Fortified, off we went on what Steve promised was our last location before lunch. I believe it was during this leg of the trip, we mentioned, if possible, our desire to stop at a rest stop at some point during our treck. At his incredulous look, we had to explain to him how we’d heard how cool Korean rest stops were. (We said we’d learned about them from dramas, but in all honesty, I wanted to experience one as they had been mentioned in many of the fanfics I’d read. Actually, so much of Korea reminded me of this or that fanfic, I may have crafted a whole new one in my head to the coffee shop barista you’ll meet once we head north again to Seoul.) Anyway, he laughed at the idea and had no problem doing this for us, then proceeded to tell us all about the delicacy known as the Monster Hot Dog, a staple at rest stops, essentially a corn dog with french fries mushed into it.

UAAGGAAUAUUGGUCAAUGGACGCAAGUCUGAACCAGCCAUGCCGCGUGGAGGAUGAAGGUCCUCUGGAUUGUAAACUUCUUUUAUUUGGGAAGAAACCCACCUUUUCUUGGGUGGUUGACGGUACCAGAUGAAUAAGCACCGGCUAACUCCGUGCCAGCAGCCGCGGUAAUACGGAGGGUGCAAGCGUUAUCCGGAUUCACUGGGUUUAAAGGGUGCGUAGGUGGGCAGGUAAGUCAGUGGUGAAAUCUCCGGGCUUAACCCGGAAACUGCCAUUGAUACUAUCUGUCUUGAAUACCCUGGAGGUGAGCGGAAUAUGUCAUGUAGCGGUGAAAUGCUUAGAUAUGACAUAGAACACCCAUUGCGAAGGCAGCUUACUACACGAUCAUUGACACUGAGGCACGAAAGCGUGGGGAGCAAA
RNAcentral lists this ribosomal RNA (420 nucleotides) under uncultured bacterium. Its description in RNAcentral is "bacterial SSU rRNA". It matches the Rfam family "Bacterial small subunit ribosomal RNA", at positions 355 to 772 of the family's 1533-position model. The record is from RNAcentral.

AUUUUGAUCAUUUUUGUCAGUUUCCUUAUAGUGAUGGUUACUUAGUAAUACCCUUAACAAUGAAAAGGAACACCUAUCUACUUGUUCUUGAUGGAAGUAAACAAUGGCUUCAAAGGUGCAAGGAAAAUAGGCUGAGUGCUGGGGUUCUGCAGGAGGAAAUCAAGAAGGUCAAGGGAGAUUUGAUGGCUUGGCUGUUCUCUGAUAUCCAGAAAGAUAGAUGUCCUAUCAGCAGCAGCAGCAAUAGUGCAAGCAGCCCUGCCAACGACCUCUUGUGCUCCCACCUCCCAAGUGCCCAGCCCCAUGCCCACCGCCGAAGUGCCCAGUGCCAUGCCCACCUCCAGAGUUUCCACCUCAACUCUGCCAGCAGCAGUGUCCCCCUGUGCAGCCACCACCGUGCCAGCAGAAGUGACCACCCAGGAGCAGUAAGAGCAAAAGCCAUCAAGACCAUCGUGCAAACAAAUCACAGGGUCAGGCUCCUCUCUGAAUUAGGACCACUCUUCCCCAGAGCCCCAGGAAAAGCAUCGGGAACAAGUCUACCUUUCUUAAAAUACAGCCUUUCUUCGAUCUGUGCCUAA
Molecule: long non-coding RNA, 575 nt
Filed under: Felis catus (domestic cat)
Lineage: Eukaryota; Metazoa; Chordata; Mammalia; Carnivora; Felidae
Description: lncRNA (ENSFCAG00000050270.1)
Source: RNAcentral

Our last pre-lunch stop was the Gyochon Traditional Village. Funnily enough, this is situated directly next to a filming local which, unfortunately, had gone bankrupt. I wonder if we’d pushed harder would we have been able to get Steve on board for sneaking in. He seemed agreeable to our other eccentricities, why not this one?
Back to Gyochon Traditional Village, which is a traditional Hanok village. We wandered the grounds popping into a shop (unfortunately, due to either weather or it technically being a weekday offseason, there weren’t a lot open.)
This is where I got intense Sungkyungkwan Scandal flashbacks. Throughout the village, in various places, there were people in period costumes reenacting life back in the day of the original Choi Clan.
Then, around a corner, there was an archery range with a dais. Remember that episode? Swoon!
I was excited to see the first signs of spring, happy to accidentally check off: See Cherry Blossoms from the list.